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Hepatology. 2013 Jun;57(6):2399-406. doi: 10.1002/hep.26290. Epub 2013 May 1.

Predictors of poor outcome in patients w ith autoimmune hepatitis: a population-based study.

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Department of Gastroenterology, Christchurch Hospital, Christchurch, Canterbury, New Zealand.


Autoimmune hepatitis (AIH) can lead to cirrhosis, hepatic failure, and death. We aimed to identify predictors of advanced liver fibrosis at presentation, predictors of incomplete response to initial immunosuppression, and predictors of poor liver-related outcomes in the population-based AIH cohort from Canterbury, New Zealand. Cases diagnosed after 1980 that fulfilled standard diagnostic criteria were included. Cases were censored at death or liver transplantation and had a median follow-up of 9 years. Analyses were performed with Cox proportional hazards regression and logistic binary regression. The times to event outcomes were summarized using Kaplan-Meier curves. A total of 133 AIH patients were included. Predictors for advanced liver fibrosis at diagnosis were age at presentation of ≤20 years or >60 years (P = 0.02), serum albumin <36 g/L (P < 0.01), platelet <150 U/L (P < 0.01), and International Normalized Ratio (INR) >1.2 (P < 0.01). The only independent predictor for incomplete normalization of alanine aminotransferase (ALT) at 6 months was age at presentation ≤20 years. Independent predictors of poor liver-related outcomes were incomplete normalization of ALT at 6 months (P < 0.01), serum albumin <36 g/L (P < 0.01), and age at presentation of ≤20 years or >60 years (P = 0.01). Kaplan-Meier estimates showed that 10-year adverse liver event-free survival was 80% for age at presentation ≤20 years and >60 years, and 93% and 100% for age at presentation between 21-40 years and 41-60 years, respectively.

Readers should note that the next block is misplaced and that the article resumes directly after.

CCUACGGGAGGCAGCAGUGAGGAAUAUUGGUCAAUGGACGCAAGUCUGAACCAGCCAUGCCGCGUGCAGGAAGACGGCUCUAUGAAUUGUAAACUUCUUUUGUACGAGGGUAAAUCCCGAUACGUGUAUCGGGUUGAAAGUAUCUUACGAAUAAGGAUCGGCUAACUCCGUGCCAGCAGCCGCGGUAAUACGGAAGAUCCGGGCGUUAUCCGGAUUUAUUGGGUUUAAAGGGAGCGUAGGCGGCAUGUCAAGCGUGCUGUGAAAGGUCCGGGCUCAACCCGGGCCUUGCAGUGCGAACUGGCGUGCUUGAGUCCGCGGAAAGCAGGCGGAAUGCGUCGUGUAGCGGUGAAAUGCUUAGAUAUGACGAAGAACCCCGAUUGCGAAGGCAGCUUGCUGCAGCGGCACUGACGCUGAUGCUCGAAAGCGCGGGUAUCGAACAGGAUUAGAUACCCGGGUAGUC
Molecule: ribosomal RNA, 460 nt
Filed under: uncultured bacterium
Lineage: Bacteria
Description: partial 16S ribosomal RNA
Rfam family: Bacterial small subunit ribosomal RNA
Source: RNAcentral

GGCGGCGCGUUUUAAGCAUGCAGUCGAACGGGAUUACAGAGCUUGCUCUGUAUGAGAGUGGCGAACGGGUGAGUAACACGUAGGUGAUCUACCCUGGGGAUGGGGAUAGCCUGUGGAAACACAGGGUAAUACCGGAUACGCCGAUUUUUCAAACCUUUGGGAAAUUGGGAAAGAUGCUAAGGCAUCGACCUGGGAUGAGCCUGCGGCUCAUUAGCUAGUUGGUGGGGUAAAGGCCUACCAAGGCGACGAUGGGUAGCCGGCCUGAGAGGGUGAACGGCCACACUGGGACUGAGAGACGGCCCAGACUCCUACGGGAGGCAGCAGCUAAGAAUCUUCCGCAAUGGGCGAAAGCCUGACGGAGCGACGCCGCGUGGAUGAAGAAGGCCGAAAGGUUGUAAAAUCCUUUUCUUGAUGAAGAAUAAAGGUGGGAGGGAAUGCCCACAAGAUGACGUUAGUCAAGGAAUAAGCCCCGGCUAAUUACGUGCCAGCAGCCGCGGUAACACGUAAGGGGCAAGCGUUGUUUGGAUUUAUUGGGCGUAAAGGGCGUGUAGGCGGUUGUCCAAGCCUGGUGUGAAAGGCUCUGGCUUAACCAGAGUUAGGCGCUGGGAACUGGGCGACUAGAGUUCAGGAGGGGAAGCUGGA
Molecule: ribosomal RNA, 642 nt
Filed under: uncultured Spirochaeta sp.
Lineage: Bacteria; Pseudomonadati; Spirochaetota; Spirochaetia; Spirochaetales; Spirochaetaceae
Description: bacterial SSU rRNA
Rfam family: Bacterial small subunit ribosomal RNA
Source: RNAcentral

Incomplete normalization of ALT at 6 months, low serum albumin concentration at diagnosis, and age at presentation of ≤20 years or >60 years were significant independent predictors of liver-related death or requirement for liver transplantation. Histological cirrhosis at diagnosis was not associated with poor prognosis and did not influence the response to initial immunosuppressive treatment. (HEPATOLOGY 2013;57:2399-2406).

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